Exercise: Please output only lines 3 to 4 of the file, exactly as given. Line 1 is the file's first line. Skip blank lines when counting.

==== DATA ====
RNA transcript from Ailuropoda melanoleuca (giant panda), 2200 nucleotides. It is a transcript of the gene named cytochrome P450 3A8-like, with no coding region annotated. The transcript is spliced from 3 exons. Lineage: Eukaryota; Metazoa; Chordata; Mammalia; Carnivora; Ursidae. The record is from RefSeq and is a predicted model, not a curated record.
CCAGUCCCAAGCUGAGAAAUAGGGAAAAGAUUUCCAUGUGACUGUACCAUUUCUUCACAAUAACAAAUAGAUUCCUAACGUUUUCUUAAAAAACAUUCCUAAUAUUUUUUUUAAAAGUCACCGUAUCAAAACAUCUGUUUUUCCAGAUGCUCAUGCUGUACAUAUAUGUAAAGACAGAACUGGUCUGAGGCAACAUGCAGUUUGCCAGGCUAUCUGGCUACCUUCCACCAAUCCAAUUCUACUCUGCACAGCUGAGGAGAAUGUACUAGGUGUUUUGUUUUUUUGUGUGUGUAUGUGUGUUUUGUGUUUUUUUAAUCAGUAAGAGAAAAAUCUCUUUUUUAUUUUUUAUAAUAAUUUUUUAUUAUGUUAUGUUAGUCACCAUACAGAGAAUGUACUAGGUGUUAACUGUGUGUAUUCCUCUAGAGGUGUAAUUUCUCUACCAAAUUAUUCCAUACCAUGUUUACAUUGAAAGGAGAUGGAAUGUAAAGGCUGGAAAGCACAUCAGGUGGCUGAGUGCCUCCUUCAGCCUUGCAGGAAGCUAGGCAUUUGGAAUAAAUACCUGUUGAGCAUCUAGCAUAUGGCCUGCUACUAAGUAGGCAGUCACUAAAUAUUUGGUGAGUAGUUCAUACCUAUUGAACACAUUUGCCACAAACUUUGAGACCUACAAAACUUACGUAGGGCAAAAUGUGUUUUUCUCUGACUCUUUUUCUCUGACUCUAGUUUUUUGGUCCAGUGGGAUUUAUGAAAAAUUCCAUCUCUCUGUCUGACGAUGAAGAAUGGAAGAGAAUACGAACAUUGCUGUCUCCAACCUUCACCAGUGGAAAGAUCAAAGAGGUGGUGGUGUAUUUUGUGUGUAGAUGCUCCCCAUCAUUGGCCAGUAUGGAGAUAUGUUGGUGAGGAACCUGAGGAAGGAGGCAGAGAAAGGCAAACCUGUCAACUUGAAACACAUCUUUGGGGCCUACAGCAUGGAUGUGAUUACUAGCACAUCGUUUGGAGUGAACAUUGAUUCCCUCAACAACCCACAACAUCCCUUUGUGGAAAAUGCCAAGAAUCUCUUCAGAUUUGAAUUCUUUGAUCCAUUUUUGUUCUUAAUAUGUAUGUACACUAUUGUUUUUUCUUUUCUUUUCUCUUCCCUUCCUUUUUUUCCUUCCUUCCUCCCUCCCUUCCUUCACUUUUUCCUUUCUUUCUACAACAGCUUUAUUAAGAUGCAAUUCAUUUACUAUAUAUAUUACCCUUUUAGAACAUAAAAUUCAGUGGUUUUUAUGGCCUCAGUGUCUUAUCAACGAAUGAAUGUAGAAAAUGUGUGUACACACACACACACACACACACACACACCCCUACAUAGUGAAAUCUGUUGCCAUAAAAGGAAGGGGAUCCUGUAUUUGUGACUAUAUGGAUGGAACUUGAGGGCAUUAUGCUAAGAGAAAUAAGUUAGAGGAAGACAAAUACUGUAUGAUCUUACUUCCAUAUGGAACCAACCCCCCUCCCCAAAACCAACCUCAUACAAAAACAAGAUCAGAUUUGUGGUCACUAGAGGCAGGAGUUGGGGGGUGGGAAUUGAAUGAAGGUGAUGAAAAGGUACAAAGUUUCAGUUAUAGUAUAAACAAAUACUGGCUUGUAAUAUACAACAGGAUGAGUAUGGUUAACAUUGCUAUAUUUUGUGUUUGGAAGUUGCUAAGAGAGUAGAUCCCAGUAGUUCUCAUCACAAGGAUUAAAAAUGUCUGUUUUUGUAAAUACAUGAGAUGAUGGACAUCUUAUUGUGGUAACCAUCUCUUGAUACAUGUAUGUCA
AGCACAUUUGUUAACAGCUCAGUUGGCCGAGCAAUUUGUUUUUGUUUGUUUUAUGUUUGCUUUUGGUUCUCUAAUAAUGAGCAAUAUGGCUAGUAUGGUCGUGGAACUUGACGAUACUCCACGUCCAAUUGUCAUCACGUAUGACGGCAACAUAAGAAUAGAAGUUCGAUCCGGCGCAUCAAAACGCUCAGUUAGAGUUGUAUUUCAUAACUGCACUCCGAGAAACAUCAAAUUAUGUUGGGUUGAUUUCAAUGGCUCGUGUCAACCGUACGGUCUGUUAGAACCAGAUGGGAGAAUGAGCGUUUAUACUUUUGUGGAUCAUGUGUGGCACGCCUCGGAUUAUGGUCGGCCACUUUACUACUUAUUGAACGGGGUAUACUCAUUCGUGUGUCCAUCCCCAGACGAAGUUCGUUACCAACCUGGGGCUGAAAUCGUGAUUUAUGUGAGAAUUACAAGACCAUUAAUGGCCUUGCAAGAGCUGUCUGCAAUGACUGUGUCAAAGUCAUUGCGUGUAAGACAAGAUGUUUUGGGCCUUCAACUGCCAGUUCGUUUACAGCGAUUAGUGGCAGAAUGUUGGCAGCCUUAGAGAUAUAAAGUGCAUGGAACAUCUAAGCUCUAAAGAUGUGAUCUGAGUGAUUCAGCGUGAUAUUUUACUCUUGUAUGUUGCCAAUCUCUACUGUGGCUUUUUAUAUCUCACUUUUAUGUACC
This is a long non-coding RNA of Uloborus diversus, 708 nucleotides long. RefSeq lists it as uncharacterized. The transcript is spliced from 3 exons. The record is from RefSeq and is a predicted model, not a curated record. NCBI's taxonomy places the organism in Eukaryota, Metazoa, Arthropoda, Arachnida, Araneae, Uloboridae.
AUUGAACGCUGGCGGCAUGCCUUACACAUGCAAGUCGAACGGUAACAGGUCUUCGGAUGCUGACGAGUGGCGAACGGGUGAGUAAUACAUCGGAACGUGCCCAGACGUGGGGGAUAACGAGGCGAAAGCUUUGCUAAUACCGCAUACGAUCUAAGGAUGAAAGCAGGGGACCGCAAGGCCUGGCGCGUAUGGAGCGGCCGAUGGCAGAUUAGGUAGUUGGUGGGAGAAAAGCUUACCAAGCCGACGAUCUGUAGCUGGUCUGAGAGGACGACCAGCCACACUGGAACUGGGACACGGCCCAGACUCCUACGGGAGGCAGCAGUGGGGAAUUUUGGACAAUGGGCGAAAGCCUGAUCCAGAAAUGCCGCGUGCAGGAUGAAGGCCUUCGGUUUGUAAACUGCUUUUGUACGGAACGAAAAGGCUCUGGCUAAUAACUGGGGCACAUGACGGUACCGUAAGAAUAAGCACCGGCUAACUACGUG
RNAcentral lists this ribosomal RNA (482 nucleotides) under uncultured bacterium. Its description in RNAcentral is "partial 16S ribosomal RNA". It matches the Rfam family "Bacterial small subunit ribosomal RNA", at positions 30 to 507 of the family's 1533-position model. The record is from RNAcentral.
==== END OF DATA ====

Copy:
AGCACAUUUGUUAACAGCUCAGUUGGCCGAGCAAUUUGUUUUUGUUUGUUUUAUGUUUGCUUUUGGUUCUCUAAUAAUGAGCAAUAUGGCUAGUAUGGUCGUGGAACUUGACGAUACUCCACGUCCAAUUGUCAUCACGUAUGACGGCAACAUAAGAAUAGAAGUUCGAUCCGGCGCAUCAAAACGCUCAGUUAGAGUUGUAUUUCAUAACUGCACUCCGAGAAACAUCAAAUUAUGUUGGGUUGAUUUCAAUGGCUCGUGUCAACCGUACGGUCUGUUAGAACCAGAUGGGAGAAUGAGCGUUUAUACUUUUGUGGAUCAUGUGUGGCACGCCUCGGAUUAUGGUCGGCCACUUUACUACUUAUUGAACGGGGUAUACUCAUUCGUGUGUCCAUCCCCAGACGAAGUUCGUUACCAACCUGGGGCUGAAAUCGUGAUUUAUGUGAGAAUUACAAGACCAUUAAUGGCCUUGCAAGAGCUGUCUGCAAUGACUGUGUCAAAGUCAUUGCGUGUAAGACAAGAUGUUUUGGGCCUUCAACUGCCAGUUCGUUUACAGCGAUUAGUGGCAGAAUGUUGGCAGCCUUAGAGAUAUAAAGUGCAUGGAACAUCUAAGCUCUAAAGAUGUGAUCUGAGUGAUUCAGCGUGAUAUUUUACUCUUGUAUGUUGCCAAUCUCUACUGUGGCUUUUUAUAUCUCACUUUUAUGUACC
This is a long non-coding RNA of Uloborus diversus, 708 nucleotides long. RefSeq lists it as uncharacterized. The transcript is spliced from 3 exons. The record is from RefSeq and is a predicted model, not a curated record. NCBI's taxonomy places the organism in Eukaryota, Metazoa, Arthropoda, Arachnida, Araneae, Uloboridae.